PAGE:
Our goals and Values
We created SkyDay (our educational platform) to offer artists, scientists and educators the opportunity to help build a free and imaginative art/science curriculum (K-12) designed to inspire our young people to take a greater interest in how our sky functions and what its vulnerabilities are and appreciate how important it is we all work together, across cultures and borders, to achieve positive outcomes with climate.
We created Sky Day - September 21 each year - as an international day of celebration and re-connection to our climate and sky and an opportunity for schools to participate worldwide in our exciting projects.
Our idea is that as students progress through their schooling and take part in annual sky days they enjoy an art and science journey of discovery centered on the following three stages of enquiry: (1) What is the sky? (What is the science) (2) What are the impacts of climate change on our community? And on our world community? (Why should I care?) and (3) How I can help create substantial change (Become a part pf the solution)
What we mean by the term ‘sky’
At SkyDay the ‘sky’ is the thin envelope of gas that extends from Earth’s solid surface to the edge of outer space. If you can see it when you look up, that's what we are interested in. Our sky is is over, around and within us. We fly through it, breathe it, and drink it. It is the place where clouds hang out, lightning strikes and eclipses amaze us. It is the medium by which hot and cold air warm and cool us. We can see it, hear it, taste it, smell it and touch it.
We are inspired by the beauty and dynamic nature of our sky. Our sky is constantly changing hour upon hour, day upon day, and season after season. As artists it moves us to observe it, paint it, and write and sing about it. As scientists it stokes our curiosities and pushes us to understand how it functions. We respect our sky and we want to care for it and protect it.
Our sky is a shared resource.
The shared nature of our sky presents great challenges since what we do to the sky in London or Beijing directly impacts the sky across the globe.
We seek to build a global community.
At SkyDay we see an exciting opportunity to build a global community around the idea that our sky is one shared space. Climate change and poor air quality are global problems – problems whose solutions will require unprecedented levels of collaboration across borders and cultures. Through our imaginative initiatives we want to encourage participants to view themselves as members of a larger community, united in a common understanding that we must protect our sky.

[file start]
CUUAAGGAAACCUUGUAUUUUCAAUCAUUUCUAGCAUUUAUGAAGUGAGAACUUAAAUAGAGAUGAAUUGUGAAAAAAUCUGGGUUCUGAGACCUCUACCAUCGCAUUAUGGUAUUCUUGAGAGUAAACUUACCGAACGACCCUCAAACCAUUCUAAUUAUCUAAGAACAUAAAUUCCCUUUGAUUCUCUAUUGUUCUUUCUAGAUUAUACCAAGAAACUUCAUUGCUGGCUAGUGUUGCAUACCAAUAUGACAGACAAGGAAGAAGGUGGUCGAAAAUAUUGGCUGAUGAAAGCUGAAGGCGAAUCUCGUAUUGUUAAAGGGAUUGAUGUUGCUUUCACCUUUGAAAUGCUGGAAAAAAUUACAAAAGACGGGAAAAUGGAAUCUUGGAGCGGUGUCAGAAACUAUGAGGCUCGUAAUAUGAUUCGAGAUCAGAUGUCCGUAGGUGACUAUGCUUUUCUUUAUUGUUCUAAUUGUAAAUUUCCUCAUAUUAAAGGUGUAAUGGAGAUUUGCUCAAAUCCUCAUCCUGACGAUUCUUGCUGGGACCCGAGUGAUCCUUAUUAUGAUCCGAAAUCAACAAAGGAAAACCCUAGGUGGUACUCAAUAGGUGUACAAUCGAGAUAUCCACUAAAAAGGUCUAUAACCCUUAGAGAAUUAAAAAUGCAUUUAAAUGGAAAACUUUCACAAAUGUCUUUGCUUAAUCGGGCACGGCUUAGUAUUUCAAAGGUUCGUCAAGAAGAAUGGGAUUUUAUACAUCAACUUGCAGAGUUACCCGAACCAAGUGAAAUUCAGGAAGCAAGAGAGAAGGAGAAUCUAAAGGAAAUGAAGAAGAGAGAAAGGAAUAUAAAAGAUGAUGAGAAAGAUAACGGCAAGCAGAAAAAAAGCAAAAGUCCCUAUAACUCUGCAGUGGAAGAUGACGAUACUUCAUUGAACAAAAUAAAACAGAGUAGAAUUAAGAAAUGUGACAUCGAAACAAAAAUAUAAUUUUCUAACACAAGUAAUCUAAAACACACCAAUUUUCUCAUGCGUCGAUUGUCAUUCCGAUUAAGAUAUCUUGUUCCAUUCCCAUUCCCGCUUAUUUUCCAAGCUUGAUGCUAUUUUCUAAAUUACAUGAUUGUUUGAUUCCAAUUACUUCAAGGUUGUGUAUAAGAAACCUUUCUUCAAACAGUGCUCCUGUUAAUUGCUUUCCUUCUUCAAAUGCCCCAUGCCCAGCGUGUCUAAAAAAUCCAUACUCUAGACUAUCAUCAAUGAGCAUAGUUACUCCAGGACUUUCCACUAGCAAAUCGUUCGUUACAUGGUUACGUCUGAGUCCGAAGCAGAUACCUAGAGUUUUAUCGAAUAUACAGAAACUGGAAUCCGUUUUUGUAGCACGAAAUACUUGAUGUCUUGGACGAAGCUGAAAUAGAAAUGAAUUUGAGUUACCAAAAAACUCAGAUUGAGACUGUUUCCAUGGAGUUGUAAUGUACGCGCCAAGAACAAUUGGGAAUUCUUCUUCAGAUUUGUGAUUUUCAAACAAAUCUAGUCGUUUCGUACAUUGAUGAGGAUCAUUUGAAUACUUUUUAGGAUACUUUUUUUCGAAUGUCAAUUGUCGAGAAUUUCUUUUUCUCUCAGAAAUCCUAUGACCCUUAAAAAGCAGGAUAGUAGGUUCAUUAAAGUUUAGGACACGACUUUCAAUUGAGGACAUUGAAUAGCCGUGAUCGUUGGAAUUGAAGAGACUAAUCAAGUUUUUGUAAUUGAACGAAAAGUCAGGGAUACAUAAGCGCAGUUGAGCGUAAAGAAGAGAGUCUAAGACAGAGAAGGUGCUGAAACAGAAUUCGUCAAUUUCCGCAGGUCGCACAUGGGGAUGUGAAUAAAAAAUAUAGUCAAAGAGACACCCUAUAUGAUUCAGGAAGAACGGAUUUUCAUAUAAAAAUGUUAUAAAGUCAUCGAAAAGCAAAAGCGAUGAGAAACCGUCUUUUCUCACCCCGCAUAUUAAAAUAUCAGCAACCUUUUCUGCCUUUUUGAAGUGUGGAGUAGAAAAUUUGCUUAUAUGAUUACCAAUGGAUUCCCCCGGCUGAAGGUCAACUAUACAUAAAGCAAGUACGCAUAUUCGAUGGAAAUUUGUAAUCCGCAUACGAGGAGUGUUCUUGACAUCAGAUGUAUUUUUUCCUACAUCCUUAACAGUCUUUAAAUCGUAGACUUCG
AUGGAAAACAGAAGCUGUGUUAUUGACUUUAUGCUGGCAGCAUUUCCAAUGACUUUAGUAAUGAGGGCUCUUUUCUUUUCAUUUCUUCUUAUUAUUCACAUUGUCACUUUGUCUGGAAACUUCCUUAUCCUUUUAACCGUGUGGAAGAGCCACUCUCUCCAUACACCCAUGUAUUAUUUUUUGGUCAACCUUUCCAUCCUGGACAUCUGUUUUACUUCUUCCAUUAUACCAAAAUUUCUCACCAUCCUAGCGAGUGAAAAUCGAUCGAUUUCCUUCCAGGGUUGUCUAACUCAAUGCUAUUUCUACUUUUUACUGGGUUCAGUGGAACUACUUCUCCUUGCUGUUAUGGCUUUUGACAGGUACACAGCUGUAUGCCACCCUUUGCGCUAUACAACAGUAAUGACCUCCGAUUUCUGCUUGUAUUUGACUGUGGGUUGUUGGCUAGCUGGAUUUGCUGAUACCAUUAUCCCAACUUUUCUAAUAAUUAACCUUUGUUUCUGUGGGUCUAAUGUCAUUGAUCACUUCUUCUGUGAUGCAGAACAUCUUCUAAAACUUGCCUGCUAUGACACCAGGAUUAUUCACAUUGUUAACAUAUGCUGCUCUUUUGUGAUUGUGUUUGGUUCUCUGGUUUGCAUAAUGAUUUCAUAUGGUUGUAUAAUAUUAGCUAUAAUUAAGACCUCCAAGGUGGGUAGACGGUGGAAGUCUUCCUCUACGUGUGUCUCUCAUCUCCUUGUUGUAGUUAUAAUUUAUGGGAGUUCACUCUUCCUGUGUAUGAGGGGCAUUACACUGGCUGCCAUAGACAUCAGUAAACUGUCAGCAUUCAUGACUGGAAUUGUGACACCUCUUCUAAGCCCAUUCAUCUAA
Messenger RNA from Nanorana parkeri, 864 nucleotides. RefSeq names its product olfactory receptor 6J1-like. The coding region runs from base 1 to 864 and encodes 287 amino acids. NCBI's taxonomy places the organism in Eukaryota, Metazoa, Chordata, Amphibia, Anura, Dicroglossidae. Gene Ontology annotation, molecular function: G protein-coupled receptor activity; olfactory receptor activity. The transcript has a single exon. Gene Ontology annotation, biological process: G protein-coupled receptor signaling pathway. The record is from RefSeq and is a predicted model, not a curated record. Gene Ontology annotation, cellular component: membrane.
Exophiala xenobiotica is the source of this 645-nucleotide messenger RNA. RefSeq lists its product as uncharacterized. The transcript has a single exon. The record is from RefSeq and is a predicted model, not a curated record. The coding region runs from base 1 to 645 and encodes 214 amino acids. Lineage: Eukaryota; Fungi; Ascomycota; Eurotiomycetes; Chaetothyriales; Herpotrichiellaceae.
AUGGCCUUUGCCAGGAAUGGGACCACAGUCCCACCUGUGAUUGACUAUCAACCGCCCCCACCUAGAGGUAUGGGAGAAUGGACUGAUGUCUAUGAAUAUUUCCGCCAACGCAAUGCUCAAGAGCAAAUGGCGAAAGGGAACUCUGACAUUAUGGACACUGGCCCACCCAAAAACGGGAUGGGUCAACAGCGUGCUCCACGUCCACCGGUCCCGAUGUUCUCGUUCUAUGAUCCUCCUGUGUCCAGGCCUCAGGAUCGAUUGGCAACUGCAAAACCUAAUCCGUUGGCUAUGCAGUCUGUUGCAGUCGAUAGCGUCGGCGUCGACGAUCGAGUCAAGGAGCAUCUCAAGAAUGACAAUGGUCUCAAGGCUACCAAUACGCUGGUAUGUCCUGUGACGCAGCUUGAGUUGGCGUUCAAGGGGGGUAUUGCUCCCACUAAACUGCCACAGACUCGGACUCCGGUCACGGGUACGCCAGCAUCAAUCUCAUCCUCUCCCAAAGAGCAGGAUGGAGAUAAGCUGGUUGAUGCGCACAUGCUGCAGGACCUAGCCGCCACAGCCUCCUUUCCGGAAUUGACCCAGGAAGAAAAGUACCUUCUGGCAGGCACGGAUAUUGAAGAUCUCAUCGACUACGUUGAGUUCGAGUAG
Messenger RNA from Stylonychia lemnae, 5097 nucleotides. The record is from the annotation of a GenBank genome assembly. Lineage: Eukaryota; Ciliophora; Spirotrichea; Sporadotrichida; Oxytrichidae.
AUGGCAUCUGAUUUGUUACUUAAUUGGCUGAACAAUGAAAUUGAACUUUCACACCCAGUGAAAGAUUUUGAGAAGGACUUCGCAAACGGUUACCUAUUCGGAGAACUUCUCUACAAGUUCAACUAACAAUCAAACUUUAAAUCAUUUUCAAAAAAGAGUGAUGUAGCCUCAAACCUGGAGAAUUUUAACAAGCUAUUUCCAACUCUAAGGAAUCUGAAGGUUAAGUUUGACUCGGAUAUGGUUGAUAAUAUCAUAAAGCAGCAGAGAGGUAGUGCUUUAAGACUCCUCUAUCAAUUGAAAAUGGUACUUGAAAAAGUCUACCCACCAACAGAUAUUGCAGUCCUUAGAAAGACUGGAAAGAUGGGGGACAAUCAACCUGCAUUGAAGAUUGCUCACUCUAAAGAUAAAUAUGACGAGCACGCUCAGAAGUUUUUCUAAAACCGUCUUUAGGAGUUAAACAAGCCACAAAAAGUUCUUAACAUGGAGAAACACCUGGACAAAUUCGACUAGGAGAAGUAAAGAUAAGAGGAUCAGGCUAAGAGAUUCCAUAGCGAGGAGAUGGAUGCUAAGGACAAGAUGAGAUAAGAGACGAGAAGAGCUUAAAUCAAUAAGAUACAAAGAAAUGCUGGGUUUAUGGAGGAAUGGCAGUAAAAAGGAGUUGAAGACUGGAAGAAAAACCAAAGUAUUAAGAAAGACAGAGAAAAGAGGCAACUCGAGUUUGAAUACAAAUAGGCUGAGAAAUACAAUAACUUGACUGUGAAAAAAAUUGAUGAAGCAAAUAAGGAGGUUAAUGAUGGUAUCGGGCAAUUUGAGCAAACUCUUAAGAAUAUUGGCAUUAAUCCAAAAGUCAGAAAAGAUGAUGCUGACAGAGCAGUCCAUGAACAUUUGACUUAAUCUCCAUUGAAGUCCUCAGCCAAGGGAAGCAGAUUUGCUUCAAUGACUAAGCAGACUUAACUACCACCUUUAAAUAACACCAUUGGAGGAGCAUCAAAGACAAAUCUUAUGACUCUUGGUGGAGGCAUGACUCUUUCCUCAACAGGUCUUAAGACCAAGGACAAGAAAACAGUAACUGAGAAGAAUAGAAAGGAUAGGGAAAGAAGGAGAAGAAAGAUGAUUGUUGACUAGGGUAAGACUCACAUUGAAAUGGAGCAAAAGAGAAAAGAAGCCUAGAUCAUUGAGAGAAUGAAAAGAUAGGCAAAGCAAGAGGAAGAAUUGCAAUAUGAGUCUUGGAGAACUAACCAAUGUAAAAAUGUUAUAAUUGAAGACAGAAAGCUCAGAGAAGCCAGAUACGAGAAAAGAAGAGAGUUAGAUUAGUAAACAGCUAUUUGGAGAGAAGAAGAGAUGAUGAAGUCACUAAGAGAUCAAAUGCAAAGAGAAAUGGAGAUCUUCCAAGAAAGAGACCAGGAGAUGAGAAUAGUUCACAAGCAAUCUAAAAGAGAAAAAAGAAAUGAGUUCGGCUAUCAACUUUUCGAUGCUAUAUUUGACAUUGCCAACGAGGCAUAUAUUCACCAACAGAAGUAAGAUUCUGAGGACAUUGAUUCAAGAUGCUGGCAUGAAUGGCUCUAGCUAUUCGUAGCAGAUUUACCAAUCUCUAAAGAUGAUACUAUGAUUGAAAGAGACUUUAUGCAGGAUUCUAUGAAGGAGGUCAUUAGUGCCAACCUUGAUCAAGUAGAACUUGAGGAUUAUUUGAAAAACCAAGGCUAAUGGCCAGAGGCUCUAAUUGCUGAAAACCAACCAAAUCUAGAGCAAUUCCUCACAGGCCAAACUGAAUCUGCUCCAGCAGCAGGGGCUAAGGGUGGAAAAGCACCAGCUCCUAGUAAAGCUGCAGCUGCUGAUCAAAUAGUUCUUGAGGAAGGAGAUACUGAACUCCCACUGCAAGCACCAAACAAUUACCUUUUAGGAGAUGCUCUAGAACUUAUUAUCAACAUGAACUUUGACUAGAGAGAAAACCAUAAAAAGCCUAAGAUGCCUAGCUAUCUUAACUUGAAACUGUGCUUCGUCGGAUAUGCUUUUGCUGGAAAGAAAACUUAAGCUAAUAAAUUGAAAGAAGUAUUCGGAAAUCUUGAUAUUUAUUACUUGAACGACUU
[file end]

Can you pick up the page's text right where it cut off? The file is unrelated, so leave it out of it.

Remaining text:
All our initiatives have art and science components. SkyDay stands at the intersection of art and science. We seek artists, scientists and educators eager to collaborate on original initiatives that challenge us to think in new ways about our relationship to the sky. We encourage new thinking and new approaches to problem solving.
Ideas to consider when designing engagements:
We want to inspire originality of thought and individuality of reflection so projects should encourage participants to be creative, to challenge ideas and to think for themselves.
Initiatives should promote an understanding of how the sky functions and what its vulnerabilities are. All factual information offered by our projects must be guided by credible science and as that science evolves so will our projects.
We seek opportunities for participants to engage with their global peers. This can be done in a number of ways, for example via web-based art projects, science projects, social media, letter writing and so on.
Carpe diem! We want to encourage the next generation to see the challenges of forging a healthier relationship to the sky as opportunities for new leadership, entrepreneurship and innovation, and we want them to seize those opportunities.